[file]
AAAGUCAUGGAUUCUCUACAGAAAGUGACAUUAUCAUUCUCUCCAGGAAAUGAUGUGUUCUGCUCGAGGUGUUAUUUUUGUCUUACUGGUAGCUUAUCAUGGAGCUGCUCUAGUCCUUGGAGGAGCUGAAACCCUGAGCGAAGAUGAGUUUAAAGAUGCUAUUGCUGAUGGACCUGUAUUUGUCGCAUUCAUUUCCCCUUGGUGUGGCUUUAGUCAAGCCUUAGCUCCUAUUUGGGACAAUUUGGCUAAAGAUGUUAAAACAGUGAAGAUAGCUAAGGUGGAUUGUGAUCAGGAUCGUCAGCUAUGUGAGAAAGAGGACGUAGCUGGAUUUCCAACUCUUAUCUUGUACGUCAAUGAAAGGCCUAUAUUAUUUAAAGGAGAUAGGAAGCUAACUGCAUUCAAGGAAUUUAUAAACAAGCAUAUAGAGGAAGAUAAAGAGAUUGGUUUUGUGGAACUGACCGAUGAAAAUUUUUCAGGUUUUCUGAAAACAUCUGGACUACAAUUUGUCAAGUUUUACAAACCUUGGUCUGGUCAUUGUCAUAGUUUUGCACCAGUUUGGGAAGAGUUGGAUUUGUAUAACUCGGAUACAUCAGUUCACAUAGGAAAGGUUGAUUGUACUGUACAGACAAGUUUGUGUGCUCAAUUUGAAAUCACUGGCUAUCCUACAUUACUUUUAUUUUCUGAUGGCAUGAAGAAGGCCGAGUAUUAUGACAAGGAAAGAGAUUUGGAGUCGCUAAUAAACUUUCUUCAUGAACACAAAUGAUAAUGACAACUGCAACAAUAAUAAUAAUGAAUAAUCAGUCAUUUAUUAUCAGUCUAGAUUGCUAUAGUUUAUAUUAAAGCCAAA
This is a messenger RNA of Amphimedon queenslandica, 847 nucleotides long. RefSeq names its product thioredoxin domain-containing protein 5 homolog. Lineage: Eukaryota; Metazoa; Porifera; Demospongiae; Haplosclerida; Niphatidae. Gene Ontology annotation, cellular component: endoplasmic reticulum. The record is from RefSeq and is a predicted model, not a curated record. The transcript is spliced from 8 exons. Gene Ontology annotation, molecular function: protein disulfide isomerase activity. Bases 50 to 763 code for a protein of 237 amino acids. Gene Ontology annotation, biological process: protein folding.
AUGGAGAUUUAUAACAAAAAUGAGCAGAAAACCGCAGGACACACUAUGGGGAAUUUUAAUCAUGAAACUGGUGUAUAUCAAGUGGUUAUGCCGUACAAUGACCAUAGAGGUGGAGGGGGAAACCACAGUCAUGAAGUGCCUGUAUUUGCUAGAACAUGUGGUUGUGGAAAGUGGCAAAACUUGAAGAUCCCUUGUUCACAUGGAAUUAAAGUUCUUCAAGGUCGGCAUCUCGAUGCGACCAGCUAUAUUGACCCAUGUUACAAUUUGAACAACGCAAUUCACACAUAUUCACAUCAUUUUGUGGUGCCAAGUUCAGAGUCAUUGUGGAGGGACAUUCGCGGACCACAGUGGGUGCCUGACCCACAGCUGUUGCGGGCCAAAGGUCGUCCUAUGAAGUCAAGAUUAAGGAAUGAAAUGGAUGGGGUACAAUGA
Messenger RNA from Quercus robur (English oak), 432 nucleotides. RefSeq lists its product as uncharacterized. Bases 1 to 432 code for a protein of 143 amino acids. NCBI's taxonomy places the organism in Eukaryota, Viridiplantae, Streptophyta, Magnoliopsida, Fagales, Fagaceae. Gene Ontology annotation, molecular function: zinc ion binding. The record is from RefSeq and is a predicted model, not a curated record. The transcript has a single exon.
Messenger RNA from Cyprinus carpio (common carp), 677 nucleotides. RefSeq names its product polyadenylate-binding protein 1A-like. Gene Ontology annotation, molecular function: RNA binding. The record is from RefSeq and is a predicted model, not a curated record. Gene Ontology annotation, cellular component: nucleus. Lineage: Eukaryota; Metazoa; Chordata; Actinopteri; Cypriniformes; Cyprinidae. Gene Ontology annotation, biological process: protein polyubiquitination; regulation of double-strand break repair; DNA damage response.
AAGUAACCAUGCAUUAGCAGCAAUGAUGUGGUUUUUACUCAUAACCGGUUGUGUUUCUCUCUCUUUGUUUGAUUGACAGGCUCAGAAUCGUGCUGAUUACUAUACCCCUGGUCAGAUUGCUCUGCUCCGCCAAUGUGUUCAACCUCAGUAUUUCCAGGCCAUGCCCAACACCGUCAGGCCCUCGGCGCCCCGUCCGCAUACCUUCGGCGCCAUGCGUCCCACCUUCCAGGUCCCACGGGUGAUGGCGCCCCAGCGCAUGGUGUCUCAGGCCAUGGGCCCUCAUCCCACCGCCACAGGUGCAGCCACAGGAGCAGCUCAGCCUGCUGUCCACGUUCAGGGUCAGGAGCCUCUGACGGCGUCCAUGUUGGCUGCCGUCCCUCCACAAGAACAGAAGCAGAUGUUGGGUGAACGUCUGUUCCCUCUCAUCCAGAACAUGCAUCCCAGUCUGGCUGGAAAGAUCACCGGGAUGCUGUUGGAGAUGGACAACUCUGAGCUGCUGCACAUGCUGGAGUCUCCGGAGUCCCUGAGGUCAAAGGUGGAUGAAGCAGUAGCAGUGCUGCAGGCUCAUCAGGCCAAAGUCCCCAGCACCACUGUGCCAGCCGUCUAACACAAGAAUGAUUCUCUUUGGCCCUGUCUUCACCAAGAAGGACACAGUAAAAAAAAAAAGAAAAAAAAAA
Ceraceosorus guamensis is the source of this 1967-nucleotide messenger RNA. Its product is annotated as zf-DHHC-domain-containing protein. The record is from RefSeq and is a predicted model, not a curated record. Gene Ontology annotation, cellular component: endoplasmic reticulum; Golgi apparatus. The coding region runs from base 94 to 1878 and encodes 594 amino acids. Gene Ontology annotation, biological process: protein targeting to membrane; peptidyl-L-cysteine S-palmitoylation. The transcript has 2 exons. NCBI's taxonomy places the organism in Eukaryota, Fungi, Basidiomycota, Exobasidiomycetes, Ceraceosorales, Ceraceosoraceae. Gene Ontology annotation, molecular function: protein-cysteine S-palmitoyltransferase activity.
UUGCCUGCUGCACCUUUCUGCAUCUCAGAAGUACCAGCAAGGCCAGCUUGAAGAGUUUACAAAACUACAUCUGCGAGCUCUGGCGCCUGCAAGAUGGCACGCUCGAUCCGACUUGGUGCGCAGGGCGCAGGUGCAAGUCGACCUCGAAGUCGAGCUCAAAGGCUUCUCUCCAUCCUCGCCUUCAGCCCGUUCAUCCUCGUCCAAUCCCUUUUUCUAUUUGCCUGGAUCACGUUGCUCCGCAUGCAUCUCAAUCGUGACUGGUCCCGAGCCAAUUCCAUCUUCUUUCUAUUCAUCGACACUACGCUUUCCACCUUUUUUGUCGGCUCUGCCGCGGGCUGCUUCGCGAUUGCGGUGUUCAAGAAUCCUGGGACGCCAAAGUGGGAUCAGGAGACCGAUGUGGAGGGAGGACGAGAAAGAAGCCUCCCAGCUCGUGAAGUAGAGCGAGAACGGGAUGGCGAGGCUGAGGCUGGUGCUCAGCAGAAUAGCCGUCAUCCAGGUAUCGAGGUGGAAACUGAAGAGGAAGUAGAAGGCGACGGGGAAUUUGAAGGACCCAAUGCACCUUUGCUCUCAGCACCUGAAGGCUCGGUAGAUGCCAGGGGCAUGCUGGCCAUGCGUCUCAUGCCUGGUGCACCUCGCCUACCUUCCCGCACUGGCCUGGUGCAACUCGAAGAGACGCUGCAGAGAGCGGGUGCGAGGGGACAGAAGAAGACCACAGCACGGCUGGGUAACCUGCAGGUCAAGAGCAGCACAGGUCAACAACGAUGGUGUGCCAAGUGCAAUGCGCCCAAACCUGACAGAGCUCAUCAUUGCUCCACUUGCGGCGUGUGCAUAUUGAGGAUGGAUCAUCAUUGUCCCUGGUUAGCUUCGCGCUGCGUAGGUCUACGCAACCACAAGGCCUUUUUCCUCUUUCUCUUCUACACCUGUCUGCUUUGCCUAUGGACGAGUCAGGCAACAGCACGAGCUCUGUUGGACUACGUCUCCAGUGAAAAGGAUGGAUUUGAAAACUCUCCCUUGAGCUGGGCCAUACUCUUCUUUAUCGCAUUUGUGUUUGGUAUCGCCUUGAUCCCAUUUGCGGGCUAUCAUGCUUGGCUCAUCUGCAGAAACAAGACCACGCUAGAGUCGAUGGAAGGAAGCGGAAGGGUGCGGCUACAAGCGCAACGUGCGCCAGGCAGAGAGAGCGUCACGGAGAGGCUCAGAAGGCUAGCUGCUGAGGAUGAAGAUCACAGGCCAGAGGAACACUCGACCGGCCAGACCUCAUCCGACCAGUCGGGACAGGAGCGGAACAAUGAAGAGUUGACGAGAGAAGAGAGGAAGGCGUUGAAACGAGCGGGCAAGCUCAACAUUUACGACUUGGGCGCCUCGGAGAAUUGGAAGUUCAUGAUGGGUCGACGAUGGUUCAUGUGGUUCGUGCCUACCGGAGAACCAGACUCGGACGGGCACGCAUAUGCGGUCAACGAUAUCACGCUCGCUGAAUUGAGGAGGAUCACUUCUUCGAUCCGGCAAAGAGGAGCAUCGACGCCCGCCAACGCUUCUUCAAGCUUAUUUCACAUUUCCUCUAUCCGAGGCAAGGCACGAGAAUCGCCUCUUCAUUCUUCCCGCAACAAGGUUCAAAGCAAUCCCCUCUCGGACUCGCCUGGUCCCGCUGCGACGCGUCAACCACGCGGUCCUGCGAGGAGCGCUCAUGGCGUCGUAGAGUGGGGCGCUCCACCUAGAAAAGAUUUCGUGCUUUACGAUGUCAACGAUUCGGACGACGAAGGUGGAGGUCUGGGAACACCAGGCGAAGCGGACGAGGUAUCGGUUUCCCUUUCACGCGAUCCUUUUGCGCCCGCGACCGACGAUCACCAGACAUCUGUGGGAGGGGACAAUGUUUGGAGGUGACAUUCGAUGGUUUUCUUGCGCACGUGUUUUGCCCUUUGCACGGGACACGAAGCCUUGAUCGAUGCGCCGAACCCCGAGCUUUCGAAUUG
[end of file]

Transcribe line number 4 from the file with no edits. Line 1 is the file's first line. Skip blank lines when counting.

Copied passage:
Messenger RNA from Quercus robur (English oak), 432 nucleotides. RefSeq lists its product as uncharacterized. Bases 1 to 432 code for a protein of 143 amino acids. NCBI's taxonomy places the organism in Eukaryota, Viridiplantae, Streptophyta, Magnoliopsida, Fagales, Fagaceae. Gene Ontology annotation, molecular function: zinc ion binding. The record is from RefSeq and is a predicted model, not a curated record. The transcript has a single exon.